• Identify company employees who may possess documents and/or information relevant to the investigation. A company should also identify any IT personnel who will be needed to access relevant data and documents. To maintain the confidentiality of the investigation, we recommend that a company identify a limited group of employees who will be responsible for responding to the CID (i.e., not the entire company).
  • Schedule internal meetings with the appropriate personnel to outline, request-by-request, how the company intends to respond; inform responsible personnel of the CID’s key deadlines and set internal deadlines to respond to requests; and start collecting relevant materials.
  • Schedule the meet and confer with Bureau counsel within 10 days of receiving the CID. Counsel should assist with this. For investigations that will involve significant IT-related work, the Bureau may insist that a representative from the company’s IT department attend.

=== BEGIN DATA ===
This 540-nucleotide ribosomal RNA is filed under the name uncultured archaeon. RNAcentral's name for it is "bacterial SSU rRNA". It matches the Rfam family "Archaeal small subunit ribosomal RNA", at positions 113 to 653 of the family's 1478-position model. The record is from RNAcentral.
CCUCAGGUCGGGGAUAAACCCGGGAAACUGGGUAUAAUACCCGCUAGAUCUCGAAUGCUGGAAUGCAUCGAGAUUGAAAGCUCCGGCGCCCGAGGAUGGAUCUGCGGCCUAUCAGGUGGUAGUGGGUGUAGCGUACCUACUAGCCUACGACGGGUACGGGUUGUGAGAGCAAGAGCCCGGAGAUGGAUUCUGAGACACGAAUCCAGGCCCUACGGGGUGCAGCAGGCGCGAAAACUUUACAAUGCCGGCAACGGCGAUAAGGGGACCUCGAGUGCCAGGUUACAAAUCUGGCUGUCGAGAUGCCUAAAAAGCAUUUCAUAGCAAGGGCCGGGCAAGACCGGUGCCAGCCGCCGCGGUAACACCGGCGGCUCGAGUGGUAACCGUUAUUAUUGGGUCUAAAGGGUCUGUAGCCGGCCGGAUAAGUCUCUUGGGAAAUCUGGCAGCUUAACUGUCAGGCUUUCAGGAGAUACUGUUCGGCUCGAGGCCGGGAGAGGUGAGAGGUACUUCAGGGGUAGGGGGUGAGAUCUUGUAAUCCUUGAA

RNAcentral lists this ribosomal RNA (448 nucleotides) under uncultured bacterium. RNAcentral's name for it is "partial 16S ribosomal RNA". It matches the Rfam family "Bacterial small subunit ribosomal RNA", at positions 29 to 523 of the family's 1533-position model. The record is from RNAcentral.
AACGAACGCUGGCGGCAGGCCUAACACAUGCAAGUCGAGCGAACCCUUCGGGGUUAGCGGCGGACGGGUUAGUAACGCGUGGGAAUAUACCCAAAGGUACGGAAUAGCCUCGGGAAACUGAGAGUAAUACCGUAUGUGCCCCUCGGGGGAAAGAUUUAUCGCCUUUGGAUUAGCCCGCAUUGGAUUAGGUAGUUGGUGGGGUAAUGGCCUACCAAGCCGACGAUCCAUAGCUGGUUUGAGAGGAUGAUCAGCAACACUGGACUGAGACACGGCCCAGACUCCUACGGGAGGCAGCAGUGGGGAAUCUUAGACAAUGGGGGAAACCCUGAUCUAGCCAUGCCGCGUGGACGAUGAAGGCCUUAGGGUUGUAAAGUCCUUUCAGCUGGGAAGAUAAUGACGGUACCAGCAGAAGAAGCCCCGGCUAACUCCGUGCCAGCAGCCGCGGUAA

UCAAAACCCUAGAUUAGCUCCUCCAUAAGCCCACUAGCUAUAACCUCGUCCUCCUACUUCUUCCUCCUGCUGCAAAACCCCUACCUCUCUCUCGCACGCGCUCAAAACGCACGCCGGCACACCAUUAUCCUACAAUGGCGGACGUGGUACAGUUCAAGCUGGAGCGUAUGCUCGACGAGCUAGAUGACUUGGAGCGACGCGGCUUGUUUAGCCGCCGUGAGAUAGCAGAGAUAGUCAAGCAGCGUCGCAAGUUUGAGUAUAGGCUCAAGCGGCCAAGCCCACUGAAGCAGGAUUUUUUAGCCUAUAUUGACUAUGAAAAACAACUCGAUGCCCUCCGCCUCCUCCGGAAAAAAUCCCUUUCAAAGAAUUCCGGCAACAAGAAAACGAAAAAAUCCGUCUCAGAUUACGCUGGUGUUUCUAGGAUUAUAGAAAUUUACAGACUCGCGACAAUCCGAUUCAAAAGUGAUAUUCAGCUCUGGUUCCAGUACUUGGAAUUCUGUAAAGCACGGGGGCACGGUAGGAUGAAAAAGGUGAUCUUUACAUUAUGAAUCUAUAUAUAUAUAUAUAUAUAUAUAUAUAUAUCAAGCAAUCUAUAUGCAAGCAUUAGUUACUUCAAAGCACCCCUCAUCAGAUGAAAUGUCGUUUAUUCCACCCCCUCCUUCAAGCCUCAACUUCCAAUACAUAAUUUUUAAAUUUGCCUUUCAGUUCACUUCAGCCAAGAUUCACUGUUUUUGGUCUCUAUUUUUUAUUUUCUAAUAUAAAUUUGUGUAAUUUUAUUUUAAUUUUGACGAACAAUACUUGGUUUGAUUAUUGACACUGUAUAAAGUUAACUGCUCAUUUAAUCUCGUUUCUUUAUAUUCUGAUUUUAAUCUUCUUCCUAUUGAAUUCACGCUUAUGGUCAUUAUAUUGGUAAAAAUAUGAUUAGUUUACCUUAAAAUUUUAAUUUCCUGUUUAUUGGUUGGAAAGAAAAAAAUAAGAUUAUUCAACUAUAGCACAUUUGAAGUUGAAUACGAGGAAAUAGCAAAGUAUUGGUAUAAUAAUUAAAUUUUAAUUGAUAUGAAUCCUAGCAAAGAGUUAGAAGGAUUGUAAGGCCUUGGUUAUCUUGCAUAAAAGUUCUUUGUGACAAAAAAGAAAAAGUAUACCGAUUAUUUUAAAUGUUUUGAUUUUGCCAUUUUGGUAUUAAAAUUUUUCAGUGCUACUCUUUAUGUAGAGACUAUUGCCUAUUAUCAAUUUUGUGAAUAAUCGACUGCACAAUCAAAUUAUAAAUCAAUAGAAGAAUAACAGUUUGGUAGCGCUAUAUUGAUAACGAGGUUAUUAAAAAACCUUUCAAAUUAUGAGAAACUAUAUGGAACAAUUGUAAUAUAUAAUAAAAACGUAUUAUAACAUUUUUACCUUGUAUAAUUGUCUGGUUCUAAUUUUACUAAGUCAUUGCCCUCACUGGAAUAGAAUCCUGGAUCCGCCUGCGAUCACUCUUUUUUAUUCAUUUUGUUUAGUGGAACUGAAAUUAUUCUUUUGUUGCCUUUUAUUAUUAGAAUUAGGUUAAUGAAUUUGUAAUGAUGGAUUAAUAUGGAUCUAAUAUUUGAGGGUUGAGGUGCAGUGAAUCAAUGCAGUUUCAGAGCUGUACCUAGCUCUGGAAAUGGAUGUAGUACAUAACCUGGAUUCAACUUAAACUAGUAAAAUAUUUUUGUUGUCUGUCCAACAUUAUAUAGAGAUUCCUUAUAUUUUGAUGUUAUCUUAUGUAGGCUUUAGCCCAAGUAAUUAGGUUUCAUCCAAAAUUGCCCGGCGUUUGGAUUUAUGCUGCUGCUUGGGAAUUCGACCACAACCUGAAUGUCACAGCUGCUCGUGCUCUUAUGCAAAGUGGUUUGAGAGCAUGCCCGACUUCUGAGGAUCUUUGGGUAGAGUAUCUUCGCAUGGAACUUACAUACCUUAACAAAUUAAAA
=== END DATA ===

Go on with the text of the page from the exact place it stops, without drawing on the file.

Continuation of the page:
• Act quickly, but carefully.

5.  Meet and Confer

The meet-and-confer session can be held in-person or virtually. It will likely be the company’s first in-person interaction with Enforcement counsel to discuss and negotiate the terms of the CID. Therefore, a company should take full advantage of the meeting, as it presents opportunities to:

  • Inform the CFPB that the company intends to cooperate fully.
  • Educate the CFPB about the company and any burdens associated with responding to the CID. The company should advise Enforcement counsel of company-specific information relevant to the investigation, such as the company’s history and the nature of the company’s financial products and services. The company should also articulate up front any real and/or anticipated difficulties with responding to the CID, such as the fact that certain documents do not exist or are spread across numerous sources, or that the company is leanly staffed and possesses limited resources. Explaining to Enforcement counsel any issues with responding to the CID can persuade the Bureau to narrow the scope of the CID.